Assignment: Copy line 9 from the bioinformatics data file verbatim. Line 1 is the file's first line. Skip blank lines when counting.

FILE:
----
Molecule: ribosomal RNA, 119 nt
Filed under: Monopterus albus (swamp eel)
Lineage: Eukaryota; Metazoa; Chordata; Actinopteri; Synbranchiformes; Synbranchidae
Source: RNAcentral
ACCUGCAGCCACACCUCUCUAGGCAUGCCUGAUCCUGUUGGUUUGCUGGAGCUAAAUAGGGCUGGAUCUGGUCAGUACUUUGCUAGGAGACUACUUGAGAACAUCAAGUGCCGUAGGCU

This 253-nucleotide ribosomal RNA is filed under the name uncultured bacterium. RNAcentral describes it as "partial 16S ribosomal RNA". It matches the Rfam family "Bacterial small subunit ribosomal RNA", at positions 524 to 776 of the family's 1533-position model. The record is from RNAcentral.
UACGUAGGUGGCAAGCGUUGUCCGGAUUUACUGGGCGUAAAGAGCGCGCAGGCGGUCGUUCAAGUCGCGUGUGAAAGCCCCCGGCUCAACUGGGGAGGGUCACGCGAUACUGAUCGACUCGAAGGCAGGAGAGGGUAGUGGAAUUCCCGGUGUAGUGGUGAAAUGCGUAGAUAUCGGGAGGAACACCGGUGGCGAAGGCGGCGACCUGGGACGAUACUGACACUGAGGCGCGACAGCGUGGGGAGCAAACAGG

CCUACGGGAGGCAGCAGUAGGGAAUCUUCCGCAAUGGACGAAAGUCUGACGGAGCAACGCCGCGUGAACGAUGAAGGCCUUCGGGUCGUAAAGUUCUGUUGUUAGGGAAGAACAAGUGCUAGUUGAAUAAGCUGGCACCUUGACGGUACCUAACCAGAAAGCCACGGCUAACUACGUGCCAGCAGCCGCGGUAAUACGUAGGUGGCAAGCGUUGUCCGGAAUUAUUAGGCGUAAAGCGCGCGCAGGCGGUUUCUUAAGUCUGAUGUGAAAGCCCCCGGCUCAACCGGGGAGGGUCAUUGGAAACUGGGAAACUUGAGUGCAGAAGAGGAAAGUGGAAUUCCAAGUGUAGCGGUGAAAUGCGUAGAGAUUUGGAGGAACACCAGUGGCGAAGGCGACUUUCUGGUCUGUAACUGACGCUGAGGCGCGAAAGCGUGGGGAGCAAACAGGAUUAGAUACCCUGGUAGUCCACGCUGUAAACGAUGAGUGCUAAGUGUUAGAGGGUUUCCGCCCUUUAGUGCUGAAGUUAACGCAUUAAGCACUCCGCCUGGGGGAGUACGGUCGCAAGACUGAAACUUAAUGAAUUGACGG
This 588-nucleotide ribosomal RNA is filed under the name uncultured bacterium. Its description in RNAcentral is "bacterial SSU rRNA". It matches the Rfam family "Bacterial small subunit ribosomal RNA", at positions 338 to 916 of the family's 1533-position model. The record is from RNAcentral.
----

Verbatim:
This 588-nucleotide ribosomal RNA is filed under the name uncultured bacterium. Its description in RNAcentral is "bacterial SSU rRNA". It matches the Rfam family "Bacterial small subunit ribosomal RNA", at positions 338 to 916 of the family's 1533-position model. The record is from RNAcentral.